Indexing

WHERE GETDATE() BETWEEN StartDate AND EndDate Is Hard to Tune.

Say you’ve got a memberships (or policies) table, and each membership has start & end dates: Transact-SQL USE StackOverflow; GO DROP TABLE IF EXISTS dbo.UsersMemberships; CREATE TABLE dbo.UsersMemberships (Id INT IDENTITY(1,1) PRIMARY KEY CLUSTERED, UserId INT NOT NULL, StartDate DATETIME NOT NULL, EndDate DATETIME NOT NULL, CancelledEarlyDate DATETIME NULL); GO 1234567891011 USE StackOverflow;GODROP TABLE IF…
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How to Think Like the Engine: When a Seek Isn’t

In our last episode, I introduced the concept of scan predicates: execution plan operations that weren’t able to seek directly to the rows they needed. Let’s take another query: Transact-SQL DropIndexes; GO CREATE INDEX IX_LastAccessDate_Id_DisplayName_Age ON dbo.Users(LastAccessDate, Id, DisplayName, Age); GO SELECT Id FROM dbo.Users WHERE LastAccessDate > '1800/01/01' AND DisplayName = N'Brent Ozar'; GO…
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How to Think Like the Engine: Index Column Order Matters a LOT.

We’ve been working with the clustered index of the Users table, which is on the Identity column – starts at 1 and goes up to a bajillion: And in a recent episode, we added a wider nonclustered index on LastAccessDate, Id, DisplayName, and Age: Transact-SQL CREATE INDEX IX_LastAccessDate_Id_DisplayName_Age ON dbo.Users(LastAccessDate, Id, DisplayName, Age); GO 123…
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How to Think Like the SQL Server Engine: Included Columns Aren’t Free.

In our last cliffhanger episode, I said that if we ran this query: Transact-SQL UPDATE dbo.Users SET Age = Age + 1 WHERE Id = 643; 123 UPDATE dbo.Users  SET Age = Age + 1  WHERE Id = 643; And we had this index: Transact-SQL CREATE INDEX IX_LastAccessDate_Id_DisplayName_Age ON dbo.Users(LastAccessDate, Id, DisplayName, Age); 12 CREATE INDEX IX_LastAccessDate_Id_DisplayName_Age  ON…
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How to Think Like the SQL Server Engine: Should Columns Go In the Key or the Includes?

In our last episode, in between crab rangoons, I had you create either one of these two indexes: Transact-SQL CREATE INDEX IX_LastAccessDate_Id_Includes ON dbo.Users(LastAccessDate, Id) INCLUDE (DisplayName, Age); GO CREATE INDEX IX_LastAccessDate_Id_DisplayName_Age ON dbo.Users(LastAccessDate, Id, DisplayName, Age); GO 1234567 CREATE INDEX IX_LastAccessDate_Id_Includes  ON dbo.Users(LastAccessDate, Id)  INCLUDE (DisplayName, Age);GOCREATE INDEX IX_LastAccessDate_Id_DisplayName_Age  ON dbo.Users(LastAccessDate, Id, DisplayName, Age);GO And I said…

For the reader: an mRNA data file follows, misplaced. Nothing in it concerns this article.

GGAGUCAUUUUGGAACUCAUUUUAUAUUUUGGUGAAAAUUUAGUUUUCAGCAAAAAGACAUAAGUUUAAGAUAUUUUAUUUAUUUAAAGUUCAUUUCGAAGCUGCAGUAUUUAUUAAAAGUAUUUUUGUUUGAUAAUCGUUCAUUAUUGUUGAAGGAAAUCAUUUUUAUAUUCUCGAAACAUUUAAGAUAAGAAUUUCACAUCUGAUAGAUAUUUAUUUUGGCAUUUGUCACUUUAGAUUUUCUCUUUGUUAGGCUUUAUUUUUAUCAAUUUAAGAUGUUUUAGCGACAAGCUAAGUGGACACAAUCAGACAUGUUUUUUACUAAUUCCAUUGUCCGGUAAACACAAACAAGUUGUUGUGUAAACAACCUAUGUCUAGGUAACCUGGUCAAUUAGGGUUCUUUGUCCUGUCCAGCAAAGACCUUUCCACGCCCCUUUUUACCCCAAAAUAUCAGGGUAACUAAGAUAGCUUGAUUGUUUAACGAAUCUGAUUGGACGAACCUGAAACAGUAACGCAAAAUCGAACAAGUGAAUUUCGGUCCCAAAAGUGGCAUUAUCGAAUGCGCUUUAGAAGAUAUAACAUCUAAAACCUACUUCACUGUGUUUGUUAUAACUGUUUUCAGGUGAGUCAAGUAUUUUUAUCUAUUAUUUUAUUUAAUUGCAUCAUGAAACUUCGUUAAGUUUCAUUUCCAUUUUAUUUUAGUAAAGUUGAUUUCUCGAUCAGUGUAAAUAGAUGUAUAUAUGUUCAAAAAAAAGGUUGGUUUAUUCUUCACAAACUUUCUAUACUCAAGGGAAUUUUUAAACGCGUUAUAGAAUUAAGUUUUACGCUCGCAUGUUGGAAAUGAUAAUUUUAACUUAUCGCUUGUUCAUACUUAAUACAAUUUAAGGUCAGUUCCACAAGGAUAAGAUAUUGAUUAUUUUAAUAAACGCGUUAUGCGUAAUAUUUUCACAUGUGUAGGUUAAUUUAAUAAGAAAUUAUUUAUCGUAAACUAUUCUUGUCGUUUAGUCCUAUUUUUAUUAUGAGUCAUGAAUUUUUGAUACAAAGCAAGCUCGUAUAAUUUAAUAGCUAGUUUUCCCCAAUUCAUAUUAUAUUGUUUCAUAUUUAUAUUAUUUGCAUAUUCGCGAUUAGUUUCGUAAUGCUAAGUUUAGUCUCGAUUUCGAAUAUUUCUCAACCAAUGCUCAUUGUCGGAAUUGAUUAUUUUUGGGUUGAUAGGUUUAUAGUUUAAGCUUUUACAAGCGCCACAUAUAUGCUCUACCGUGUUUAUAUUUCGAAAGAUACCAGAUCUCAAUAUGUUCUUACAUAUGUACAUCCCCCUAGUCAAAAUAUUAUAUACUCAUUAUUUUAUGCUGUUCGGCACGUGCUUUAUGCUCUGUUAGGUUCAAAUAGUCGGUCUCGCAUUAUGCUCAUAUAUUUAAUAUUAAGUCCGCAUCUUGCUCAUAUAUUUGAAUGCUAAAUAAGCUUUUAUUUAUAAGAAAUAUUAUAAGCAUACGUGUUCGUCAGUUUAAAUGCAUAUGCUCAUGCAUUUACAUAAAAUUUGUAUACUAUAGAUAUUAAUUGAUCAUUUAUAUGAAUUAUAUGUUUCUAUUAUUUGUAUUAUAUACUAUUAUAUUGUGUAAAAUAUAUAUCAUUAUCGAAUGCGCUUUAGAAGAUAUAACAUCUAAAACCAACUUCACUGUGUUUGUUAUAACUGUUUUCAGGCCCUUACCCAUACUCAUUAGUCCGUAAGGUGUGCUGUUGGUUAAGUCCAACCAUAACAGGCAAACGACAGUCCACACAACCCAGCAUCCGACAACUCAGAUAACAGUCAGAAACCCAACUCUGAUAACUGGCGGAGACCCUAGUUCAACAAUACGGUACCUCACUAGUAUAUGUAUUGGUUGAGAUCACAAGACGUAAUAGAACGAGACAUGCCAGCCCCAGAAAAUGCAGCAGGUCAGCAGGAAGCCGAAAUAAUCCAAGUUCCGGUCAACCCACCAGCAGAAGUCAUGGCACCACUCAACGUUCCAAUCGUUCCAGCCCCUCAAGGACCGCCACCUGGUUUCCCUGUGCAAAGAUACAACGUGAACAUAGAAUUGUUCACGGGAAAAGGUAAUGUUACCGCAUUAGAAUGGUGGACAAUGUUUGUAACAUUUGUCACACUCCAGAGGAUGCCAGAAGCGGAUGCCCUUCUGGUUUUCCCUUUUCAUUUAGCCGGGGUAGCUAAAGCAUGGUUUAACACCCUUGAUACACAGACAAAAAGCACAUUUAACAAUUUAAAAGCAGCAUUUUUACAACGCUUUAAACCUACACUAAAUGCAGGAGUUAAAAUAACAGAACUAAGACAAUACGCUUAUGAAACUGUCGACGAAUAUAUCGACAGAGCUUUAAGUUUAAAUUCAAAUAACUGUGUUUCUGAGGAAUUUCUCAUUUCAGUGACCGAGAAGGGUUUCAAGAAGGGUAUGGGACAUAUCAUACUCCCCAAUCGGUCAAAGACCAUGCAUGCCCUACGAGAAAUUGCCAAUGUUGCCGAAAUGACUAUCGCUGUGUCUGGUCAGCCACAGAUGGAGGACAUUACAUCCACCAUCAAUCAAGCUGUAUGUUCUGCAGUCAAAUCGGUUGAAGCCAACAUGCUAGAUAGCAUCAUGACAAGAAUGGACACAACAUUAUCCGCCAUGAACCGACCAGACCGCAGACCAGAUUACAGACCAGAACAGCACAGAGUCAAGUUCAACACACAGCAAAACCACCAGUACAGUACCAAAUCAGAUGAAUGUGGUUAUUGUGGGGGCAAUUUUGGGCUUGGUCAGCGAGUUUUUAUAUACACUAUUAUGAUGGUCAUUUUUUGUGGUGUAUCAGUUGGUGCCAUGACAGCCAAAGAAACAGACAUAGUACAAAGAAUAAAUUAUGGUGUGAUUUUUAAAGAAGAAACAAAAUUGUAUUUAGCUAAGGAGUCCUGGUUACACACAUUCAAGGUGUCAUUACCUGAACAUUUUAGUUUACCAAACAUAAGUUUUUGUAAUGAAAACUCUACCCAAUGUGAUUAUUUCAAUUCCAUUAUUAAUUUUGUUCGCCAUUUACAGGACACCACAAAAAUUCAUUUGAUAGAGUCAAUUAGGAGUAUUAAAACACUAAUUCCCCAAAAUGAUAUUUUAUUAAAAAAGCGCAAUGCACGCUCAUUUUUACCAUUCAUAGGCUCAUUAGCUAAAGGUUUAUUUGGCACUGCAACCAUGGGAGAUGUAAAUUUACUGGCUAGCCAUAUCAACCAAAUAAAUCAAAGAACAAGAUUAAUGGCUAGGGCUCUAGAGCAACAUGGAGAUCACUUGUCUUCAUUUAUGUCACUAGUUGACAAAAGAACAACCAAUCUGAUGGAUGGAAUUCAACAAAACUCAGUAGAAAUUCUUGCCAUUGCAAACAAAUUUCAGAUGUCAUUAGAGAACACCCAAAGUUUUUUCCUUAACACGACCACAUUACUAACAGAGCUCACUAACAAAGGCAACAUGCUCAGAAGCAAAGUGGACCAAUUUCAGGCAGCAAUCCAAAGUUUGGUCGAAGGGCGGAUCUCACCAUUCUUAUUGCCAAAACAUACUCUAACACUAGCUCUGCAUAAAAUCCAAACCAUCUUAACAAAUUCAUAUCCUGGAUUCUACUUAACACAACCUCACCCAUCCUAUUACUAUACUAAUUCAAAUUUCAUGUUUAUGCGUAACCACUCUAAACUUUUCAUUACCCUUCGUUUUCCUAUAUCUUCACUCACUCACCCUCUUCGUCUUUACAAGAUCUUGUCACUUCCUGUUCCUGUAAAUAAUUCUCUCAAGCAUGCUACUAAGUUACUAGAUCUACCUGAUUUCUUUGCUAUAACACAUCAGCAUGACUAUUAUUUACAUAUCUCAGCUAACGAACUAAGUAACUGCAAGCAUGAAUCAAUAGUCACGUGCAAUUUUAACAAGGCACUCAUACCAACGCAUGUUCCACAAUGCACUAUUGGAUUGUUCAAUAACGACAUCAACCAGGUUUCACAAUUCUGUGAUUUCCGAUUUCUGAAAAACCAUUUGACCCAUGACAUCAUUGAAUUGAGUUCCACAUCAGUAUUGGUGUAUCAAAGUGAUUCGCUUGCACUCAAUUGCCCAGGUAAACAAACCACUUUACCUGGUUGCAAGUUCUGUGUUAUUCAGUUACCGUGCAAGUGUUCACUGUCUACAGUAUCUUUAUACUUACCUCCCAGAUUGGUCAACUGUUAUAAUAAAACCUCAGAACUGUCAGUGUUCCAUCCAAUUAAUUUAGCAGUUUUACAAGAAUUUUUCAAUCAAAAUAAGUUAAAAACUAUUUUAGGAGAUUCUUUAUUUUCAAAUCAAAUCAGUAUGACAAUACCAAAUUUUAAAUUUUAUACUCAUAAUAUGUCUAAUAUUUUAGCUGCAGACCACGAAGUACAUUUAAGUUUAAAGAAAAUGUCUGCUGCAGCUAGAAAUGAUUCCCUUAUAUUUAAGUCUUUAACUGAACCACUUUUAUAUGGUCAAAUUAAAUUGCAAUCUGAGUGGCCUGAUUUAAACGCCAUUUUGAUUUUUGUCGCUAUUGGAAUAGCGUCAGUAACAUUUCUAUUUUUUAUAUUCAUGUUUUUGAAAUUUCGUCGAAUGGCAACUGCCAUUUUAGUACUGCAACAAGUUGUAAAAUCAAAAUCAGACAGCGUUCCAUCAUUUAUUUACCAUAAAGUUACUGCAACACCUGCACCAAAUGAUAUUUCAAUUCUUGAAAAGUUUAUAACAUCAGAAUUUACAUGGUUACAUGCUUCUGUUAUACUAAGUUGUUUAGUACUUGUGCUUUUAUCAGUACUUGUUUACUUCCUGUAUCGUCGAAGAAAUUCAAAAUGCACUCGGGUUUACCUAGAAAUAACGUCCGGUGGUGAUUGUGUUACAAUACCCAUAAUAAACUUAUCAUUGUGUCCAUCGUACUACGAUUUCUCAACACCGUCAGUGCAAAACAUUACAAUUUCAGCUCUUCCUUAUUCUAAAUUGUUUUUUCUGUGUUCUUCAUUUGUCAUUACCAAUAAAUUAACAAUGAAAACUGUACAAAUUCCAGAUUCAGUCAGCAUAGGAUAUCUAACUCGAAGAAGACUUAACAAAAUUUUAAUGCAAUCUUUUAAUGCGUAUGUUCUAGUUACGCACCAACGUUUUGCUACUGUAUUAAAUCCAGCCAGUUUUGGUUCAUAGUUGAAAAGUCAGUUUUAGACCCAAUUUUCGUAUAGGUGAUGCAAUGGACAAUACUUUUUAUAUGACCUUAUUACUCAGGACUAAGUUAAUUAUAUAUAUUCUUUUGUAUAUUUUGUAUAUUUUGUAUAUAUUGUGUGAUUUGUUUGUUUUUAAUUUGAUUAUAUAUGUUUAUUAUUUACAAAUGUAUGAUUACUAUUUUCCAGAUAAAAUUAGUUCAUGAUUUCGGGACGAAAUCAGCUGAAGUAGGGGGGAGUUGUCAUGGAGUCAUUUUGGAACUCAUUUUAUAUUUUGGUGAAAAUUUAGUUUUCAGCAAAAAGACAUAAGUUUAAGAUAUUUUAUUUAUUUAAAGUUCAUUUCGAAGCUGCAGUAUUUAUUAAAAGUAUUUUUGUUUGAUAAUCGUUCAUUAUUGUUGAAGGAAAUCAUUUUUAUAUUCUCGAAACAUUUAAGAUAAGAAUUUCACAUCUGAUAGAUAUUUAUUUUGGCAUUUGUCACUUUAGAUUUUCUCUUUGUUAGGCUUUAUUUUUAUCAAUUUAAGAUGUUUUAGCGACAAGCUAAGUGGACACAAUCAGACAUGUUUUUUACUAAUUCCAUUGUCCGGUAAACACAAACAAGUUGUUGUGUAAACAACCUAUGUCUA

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How to Think Like the SQL Server Engine: Building Wider Indexes to Deal with Bad T-SQL

In our last episode, we were running into problems with these two queries: Transact-SQL SELECT LastAccessDate, Id, DisplayName, Age FROM dbo.Users WHERE LastAccessDate BETWEEN '2018-08-31' AND '2018-09-01' ORDER BY LastAccessDate; SELECT LastAccessDate, Id, DisplayName, Age FROM dbo.Users WHERE CAST(LastAccessDate AS DATE) = '2018-08-31' ORDER BY LastAccessDate; 123456789 SELECT LastAccessDate, Id, DisplayName, Age  FROM dbo.Users  WHERE LastAccessDate BETWEEN…
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How to Think Like the SQL Server Engine: What’s a Key Lookup?

In our last couple of queries, we’ve been using a simple query to find the Ids of everyone who accessed the system since mid-2014: Transact-SQL SELECT Id FROM dbo.Users WHERE LastAccessDate > '2014-07-01' ORDER BY LastAccessDate; 1234 SELECT Id  FROM dbo.Users  WHERE LastAccessDate > '2014-07-01'  ORDER BY LastAccessDate; But Ids alone aren’t all that useful – so let’s…
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How to Think Like the SQL Server Engine: Adding a Nonclustered Index

When we left off in the last post, our users kept running this query, and they want it to be really fast: Transact-SQL SELECT Id FROM dbo.Users WHERE LastAccessDate > '2014/07/01' ORDER BY LastAccessDate; 1234 SELECT Id   FROM dbo.Users   WHERE LastAccessDate > '2014/07/01'   ORDER BY LastAccessDate; Let’s pre-bake the data by creating a copy of…
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Identical twins

Yet Another Way Missing Index Requests are Misleading

Graduates of my Mastering Index Tuning class will already be familiar with the handful of ways the missing index DMVs and plan suggestions are just utterly insane. Let’s add another oddity to the mix: the usage counts aren’t necessarily correct, either. To prove it, Let’s take MattDM’s Stack Exchange query, “Who brings in the crowds?” He’s…
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